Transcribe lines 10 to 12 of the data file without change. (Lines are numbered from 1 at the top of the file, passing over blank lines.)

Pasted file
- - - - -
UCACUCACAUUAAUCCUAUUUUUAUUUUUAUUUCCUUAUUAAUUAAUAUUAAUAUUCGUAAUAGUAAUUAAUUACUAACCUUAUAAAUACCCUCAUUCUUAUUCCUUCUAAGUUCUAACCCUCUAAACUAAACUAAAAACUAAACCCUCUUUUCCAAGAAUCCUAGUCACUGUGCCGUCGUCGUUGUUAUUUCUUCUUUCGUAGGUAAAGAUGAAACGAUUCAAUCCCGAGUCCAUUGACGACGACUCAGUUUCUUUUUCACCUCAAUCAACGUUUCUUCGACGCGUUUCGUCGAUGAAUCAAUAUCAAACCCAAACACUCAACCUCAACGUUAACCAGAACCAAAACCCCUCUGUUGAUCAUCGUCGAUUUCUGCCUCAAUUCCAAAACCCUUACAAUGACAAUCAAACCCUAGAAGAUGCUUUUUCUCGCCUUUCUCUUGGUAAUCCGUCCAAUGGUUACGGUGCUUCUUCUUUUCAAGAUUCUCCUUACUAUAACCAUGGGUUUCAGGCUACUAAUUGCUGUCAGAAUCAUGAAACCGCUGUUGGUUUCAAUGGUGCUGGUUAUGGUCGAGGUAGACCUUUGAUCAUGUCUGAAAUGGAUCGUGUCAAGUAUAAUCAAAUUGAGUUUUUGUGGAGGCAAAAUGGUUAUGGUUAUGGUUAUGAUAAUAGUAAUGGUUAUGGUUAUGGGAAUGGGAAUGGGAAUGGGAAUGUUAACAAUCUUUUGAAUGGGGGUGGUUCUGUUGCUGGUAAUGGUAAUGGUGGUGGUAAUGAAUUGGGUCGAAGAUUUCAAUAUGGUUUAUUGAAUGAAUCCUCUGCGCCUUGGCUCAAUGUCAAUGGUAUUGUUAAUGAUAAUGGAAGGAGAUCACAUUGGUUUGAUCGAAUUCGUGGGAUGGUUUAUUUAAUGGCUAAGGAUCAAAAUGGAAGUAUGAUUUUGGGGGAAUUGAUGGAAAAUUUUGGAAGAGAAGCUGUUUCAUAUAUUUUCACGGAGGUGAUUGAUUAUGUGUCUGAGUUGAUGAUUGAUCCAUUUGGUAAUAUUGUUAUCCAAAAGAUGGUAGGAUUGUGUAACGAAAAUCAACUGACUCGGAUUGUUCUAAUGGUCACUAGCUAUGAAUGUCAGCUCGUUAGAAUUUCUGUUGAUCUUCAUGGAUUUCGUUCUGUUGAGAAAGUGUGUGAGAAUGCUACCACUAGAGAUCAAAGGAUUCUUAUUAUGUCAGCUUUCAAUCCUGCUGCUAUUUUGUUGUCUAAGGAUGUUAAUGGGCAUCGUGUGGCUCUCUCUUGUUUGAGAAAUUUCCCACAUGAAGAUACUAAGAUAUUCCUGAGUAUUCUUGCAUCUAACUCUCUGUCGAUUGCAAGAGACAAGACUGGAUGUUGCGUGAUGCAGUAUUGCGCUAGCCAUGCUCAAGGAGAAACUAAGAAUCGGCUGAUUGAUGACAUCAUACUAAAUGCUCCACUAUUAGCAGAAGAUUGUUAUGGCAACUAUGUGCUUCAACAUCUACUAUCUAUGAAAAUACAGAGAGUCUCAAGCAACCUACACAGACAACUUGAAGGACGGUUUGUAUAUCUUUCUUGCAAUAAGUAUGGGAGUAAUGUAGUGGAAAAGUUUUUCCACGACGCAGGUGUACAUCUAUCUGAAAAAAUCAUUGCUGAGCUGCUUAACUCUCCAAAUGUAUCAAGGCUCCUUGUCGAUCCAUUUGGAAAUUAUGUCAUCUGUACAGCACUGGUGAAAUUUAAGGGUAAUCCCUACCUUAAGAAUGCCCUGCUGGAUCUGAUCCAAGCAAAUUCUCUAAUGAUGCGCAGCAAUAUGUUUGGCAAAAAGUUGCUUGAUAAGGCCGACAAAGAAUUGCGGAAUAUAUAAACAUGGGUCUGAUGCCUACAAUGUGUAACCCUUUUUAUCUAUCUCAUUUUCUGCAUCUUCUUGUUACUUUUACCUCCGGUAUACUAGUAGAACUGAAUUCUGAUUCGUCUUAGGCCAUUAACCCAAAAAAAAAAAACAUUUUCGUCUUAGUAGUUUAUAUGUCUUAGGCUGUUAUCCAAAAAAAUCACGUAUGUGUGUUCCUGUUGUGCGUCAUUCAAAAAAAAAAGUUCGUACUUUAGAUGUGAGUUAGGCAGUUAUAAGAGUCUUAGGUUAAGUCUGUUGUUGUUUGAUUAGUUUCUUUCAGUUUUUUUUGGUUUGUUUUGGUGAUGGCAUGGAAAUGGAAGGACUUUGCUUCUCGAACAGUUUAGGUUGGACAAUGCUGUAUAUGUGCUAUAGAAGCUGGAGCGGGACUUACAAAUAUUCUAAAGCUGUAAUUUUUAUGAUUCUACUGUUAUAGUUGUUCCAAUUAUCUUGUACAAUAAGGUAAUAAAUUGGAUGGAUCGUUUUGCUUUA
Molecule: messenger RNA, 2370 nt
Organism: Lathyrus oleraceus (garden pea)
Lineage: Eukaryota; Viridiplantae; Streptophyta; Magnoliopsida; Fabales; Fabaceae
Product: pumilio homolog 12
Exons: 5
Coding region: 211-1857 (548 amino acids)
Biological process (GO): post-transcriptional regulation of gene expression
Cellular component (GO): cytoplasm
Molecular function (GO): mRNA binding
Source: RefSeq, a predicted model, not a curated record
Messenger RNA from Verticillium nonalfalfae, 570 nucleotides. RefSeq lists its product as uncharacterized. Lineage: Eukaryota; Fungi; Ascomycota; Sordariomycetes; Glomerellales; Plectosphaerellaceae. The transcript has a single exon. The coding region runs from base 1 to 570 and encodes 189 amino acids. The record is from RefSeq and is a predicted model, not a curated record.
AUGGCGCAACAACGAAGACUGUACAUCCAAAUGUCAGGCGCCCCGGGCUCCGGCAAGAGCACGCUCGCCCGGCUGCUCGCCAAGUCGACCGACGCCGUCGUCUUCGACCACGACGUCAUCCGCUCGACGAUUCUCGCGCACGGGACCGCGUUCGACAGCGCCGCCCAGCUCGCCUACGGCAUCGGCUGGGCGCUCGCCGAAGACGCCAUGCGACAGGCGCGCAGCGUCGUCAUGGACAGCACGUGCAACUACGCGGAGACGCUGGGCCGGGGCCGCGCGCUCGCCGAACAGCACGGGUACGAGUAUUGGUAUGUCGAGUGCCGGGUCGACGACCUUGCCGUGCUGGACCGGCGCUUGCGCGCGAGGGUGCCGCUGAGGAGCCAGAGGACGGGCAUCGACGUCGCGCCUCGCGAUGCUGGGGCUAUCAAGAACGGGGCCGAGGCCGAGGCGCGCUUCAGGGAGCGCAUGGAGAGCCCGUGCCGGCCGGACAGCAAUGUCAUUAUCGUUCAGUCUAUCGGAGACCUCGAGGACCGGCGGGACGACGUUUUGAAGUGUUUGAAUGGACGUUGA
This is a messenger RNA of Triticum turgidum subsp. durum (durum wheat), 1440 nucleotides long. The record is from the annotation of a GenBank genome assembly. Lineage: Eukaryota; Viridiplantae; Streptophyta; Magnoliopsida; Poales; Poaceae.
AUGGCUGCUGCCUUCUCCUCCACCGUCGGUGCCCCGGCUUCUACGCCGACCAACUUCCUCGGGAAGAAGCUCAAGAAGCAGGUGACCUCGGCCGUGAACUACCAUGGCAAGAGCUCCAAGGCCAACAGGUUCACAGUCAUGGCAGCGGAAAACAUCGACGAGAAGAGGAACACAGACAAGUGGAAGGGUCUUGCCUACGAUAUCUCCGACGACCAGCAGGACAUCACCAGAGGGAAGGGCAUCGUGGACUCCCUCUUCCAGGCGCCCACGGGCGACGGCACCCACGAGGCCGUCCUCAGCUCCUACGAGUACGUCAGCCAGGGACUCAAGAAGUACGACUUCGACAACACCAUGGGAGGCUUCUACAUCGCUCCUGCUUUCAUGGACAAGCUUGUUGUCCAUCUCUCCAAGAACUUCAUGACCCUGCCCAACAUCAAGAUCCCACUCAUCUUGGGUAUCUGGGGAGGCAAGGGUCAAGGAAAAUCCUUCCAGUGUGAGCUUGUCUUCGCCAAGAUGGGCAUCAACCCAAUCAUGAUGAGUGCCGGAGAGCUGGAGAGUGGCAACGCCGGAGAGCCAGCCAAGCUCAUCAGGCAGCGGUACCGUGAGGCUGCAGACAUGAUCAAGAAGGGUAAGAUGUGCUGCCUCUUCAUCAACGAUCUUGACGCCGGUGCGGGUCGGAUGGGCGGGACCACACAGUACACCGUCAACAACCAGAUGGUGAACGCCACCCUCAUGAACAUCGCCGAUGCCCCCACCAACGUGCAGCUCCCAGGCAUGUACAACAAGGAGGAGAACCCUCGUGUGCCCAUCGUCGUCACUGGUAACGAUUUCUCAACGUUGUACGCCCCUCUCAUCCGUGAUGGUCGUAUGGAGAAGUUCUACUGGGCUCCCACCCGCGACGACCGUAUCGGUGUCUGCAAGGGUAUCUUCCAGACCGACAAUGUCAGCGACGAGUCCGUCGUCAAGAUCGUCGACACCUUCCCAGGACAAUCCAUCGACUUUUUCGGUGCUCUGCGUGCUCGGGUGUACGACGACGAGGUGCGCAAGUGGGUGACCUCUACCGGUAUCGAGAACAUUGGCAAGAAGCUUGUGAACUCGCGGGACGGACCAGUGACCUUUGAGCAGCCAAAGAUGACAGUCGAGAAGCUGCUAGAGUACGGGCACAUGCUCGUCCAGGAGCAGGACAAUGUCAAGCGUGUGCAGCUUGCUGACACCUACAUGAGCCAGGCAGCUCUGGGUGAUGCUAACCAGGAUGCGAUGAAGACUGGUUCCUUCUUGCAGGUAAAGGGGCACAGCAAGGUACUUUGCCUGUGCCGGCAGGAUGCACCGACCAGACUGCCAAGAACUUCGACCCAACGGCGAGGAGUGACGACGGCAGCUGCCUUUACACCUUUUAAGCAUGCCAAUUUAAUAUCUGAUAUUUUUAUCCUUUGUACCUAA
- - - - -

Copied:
Molecular function (GO): mRNA binding
Source: RefSeq, a predicted model, not a curated record
Messenger RNA from Verticillium nonalfalfae, 570 nucleotides. RefSeq lists its product as uncharacterized. Lineage: Eukaryota; Fungi; Ascomycota; Sordariomycetes; Glomerellales; Plectosphaerellaceae. The transcript has a single exon. The coding region runs from base 1 to 570 and encodes 189 amino acids. The record is from RefSeq and is a predicted model, not a curated record.